A Letter to Momo
Momo and her mother Ikuko decide to move back to the island countryside after Momo's father passes away suddenly in an accident during a research expedition. One day, Momo found an unfinished letter addressed to her with just the words, "To Momo...." in her father's drawer. Filled with regret, Momo always wondered what her father was going to say in the letter. Well, she's going to get some help soon in the form of some unlikely guardian spirits.
When I picked up this title, the first thing that struck me was how the main character Momo, bears a stricking resemblance to Major Kusanagi Motoko from Ghost in the Shell and Kei from Jin-Roh. A couple of minutes of research on Anime News Network confirmed that the director for Momo, Hiroyuki Okiura, is also the character designer for all the three aforementioned titles. I was immediately wary; can someone who directs and designs for science-fiction and mecha movies possibly deliver on a story based on fantasy and folktales?
Well, worry not, folks. You'd be pleasantly surprised by how well this movie was handled in its storytelling and humour. Let's start with what I loved best: eye-candy. I almost never, NEVER, pass up on good eye-candy, especially by big production houses such as Production IG, and where eye-candy is concerned, Momo truly delivers. Momo opens with three water droplets falling out of the sky and landing on the title character's head. Then we are greeted with Momo and her mother, Ikuko riding on a ferry to the Japanese island. The scenes and visuals are so realistic that it makes me nostalgic about my own ferry trip from Hiroshima to Miyajima island; I can almost feel the wind and smell the oil from the ferry. The closeups are fantastic, as are all the details, down to the finest level. It is all very subtle: even body language is well animated. I especially love two scenes in the beginning where Ikuko tries to stop her father from carrying her luggage, and how he slows the truck he's driving at an intersection to avoid scraping the rear-view mirrors. These sorts of blink-and-miss-it moments can probably best be appreciated after repeat viewing; almost like Colorful, there is something new to notice and appreciate with each rewatch.
Unfortunately, Momo tends to drag a little in the beginning. Considering this is a two-hour feature, the interaction between the guardian spirits, Iwa, Kawa, and Mame does not actually start until almost more than half an hour into the movie. The first quarter is spent on Momo being frightened and running away most of the time through the old shopping district of her hometown. Now, if the main point had been to show off the beautiful old architecture of the small-town setting, then the artist has pretty much achieved their goal. But I suppose given the context of coming face-to-face with supernatural beings, there's no helping it: even in Spirited Away, a portion of the screentime is spent on Chihiro overcoming her initial fear.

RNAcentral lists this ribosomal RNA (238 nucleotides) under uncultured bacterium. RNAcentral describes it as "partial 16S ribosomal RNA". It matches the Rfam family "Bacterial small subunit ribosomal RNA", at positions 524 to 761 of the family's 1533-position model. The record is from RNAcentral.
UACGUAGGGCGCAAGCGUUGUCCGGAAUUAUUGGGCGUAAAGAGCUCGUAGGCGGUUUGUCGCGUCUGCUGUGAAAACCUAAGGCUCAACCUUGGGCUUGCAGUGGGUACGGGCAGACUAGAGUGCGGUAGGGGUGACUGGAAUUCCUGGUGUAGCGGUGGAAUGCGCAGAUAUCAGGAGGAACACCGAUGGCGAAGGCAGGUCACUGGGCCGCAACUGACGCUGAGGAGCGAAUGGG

Which leaves the other three-quarters of the film to explore Momo's interaction with the spirits; changing from her inital fear to a more or less helpless resignation that she may have to live with their antics for the rest of her life. The pace here finally picks up and with the help of Iwa, Kawa, and Mame, Momo slowly becomes less withdrawn, manages even to make new friends and to finally forgive herself, leading to the best part of the movie. Yes, this film is reasonably emotional; in the end, even I was not immune to a sniffle or two.
If you find the pacing somewhat slow at the beginning, just sit back and let the eye-candy entertain you until the main plot kicks in. — Diane Tiu
Recommended Audience: Teens and up. Children will probably be mildly entertained by Iwa, Kawa, and Mame, but I do think a mature audience is needed to understand themes like loss and regret.
Version(s) Viewed: Digital source, Japanese with English subtitles
Review Status: Full (1/1)
A Letter to Momo © 2011 Production IG
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